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Abstract: How Clean Should Our Water Be? Reservoir Engineering Perspective on Water Quality in the Long Beach Unit, Wilmington Field

HARRIS, RANDALL, THUMS Long Beach Co., Long Beach, CA

Facilities Managers in the Long Beach Unit are actively working to determine the optimum treating processes for produced water. With numerous water quality improvements already in effect, including increased data gathering and monitoring, and more planned, the water is cleaner. The question is - how clean does this water need to be to maintain injectivity, reduce stimulation expenditures, and reduce injector equipment failures? A study was made to reevaluate water quality specifications, aligning them with reservoir pool requirements.

Relating water quality parameters to reservoir variables is often labeled "impossible" in the technical literature. This is primarily due to the numerous formation damage processes taking place during injection, including solids plugging, scale deposition, plugging from corrosion byproducts, rock wettability changes, microbiological problems, facilities upsets, etc. The large number of reservoir variables, and the inaccuracies often found in the data, also cause difficulty. Only a few models are available, only for solids plugging, and almost all require reservoir-specific testing.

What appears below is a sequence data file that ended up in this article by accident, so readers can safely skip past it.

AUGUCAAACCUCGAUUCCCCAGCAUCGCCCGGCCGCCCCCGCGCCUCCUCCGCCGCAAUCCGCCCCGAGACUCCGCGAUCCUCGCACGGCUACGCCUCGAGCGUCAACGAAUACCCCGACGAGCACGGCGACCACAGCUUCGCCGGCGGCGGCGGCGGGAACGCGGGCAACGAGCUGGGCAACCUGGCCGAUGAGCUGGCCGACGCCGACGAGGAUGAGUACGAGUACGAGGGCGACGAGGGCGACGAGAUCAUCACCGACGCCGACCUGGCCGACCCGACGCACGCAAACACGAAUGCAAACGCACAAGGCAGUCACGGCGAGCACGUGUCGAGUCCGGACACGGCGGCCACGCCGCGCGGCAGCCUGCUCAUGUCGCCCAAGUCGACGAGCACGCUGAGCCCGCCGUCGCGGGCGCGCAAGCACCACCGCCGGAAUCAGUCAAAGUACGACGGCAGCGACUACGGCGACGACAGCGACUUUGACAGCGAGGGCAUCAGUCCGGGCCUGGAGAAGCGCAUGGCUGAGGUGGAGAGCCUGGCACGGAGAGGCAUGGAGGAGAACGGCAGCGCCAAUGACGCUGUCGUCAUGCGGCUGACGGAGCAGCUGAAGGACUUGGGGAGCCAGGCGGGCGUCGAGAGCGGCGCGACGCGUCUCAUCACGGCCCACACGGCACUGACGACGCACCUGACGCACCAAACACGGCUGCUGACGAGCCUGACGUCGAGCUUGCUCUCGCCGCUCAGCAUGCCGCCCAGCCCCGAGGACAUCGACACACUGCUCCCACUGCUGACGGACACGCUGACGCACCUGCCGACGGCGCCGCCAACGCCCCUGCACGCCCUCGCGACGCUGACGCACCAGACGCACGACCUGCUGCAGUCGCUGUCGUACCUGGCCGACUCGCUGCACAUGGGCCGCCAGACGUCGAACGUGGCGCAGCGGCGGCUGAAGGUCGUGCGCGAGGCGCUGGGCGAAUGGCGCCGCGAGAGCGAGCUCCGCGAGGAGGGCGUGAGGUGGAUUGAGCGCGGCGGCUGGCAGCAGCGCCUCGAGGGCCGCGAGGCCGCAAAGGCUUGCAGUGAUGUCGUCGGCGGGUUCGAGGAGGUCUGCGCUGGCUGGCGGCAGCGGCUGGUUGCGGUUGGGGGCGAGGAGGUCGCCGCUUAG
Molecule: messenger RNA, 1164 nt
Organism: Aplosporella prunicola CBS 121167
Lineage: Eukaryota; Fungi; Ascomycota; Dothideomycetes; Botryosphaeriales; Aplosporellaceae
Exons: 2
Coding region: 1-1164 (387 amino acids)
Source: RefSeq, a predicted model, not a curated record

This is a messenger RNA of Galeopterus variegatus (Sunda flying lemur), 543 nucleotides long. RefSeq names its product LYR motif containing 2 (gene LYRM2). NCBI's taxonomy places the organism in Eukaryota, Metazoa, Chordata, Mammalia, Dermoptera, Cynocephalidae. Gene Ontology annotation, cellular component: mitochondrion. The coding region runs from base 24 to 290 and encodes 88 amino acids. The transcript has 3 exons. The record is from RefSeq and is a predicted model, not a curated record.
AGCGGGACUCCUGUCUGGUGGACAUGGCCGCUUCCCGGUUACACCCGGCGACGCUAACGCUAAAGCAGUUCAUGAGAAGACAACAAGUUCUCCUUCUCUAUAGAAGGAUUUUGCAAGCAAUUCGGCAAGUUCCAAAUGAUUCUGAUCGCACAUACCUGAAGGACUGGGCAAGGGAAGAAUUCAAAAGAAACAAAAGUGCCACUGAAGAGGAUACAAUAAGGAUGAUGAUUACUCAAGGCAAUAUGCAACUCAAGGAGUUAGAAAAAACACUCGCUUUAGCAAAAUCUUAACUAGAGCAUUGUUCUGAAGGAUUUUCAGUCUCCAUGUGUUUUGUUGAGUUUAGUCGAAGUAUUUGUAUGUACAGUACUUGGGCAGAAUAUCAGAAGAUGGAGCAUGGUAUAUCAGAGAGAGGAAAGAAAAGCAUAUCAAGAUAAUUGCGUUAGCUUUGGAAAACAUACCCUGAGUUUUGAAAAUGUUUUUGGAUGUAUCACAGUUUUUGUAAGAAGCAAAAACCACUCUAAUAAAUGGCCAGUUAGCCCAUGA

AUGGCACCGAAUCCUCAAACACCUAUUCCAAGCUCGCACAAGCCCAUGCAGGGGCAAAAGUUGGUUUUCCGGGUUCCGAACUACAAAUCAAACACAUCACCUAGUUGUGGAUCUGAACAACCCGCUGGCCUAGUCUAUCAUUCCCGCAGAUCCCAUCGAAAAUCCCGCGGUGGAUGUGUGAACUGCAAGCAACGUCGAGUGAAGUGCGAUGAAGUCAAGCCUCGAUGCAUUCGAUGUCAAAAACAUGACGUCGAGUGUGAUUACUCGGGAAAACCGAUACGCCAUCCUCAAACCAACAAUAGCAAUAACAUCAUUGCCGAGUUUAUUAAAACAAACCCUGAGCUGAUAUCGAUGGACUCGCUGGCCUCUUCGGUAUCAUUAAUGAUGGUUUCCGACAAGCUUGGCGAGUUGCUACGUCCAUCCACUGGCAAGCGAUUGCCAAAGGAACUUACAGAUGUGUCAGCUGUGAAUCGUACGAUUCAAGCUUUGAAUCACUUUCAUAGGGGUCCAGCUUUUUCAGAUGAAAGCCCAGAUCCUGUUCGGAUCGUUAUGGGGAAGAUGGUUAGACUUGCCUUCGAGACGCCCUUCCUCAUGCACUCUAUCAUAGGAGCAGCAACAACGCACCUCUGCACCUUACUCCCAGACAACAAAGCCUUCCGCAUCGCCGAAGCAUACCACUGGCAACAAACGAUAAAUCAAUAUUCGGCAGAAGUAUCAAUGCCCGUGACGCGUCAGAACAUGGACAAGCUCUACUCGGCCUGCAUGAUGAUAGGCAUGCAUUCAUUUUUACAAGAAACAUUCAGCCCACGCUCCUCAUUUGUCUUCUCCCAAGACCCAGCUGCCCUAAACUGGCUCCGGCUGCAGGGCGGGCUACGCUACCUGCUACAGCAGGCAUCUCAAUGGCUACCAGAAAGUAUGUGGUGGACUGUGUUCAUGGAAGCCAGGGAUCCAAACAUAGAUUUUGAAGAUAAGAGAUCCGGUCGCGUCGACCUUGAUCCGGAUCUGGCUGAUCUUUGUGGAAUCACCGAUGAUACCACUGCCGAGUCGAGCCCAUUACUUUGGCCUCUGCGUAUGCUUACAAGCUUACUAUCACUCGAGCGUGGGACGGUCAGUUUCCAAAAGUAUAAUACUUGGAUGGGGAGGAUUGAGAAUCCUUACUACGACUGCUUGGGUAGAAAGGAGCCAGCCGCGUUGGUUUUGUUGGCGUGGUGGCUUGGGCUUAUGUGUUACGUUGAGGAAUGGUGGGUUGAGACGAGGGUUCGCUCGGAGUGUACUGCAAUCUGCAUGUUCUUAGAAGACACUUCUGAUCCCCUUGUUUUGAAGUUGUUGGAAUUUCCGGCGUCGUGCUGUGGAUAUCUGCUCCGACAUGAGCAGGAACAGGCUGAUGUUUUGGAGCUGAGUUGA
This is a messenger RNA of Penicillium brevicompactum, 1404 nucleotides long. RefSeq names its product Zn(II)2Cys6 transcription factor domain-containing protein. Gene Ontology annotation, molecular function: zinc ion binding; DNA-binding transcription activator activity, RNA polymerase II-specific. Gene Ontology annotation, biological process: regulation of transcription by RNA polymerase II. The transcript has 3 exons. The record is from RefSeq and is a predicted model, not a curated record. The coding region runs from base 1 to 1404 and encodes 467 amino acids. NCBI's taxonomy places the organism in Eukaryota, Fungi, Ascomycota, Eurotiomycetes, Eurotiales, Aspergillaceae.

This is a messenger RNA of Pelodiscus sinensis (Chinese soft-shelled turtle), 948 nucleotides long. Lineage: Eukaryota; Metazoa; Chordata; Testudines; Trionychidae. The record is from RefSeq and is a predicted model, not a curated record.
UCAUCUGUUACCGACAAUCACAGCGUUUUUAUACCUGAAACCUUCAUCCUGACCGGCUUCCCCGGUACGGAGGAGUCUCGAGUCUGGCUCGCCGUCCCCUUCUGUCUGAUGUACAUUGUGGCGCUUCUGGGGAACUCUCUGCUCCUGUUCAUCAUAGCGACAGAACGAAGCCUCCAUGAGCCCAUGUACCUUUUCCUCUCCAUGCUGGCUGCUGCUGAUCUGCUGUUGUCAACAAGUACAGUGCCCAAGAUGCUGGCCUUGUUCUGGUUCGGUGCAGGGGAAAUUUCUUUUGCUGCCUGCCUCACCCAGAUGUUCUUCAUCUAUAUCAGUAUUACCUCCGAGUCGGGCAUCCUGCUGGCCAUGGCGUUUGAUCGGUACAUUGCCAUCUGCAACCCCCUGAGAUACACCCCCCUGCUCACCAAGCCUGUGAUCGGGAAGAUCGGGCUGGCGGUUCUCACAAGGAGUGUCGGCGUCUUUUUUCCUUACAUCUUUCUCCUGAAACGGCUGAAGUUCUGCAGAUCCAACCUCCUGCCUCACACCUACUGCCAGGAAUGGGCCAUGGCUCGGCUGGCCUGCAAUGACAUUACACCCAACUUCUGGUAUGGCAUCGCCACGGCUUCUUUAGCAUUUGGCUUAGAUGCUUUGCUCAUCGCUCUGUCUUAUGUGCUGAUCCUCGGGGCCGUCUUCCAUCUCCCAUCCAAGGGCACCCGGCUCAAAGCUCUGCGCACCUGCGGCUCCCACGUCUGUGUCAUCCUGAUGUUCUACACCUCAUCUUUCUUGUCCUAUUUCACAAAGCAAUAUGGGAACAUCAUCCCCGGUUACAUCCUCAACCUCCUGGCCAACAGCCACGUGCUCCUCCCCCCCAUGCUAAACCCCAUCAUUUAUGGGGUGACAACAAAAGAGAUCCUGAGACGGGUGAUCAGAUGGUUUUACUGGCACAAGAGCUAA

A solids plugging model was found in the paper "Water Quality for Water Injection Wells", by Rochon, Creusot, Rivet, Roque, & Renard (SPE #31122, 1996). This model did not require special laboratory tests. The model cannot account for all the formation damage processes occurring in Long Beach Unit injectors, but solids plugging is believed to be the most important factor.

Injection well case histories were also evaluated. Combining the results from the case histories and the model allowed us to establish the cost of maintaining specified levels of suspended solids. Facilities operations estimated plant costs to maintain water quality at different solids levels. Combining this information allowed us to determine what was the most economically efficient way to run the water facilities.


AAPG Search and Discovery Article #90911©2000 AAPG Pacific Section and Western Region Society of Petroleum Engineers, Long Beach, California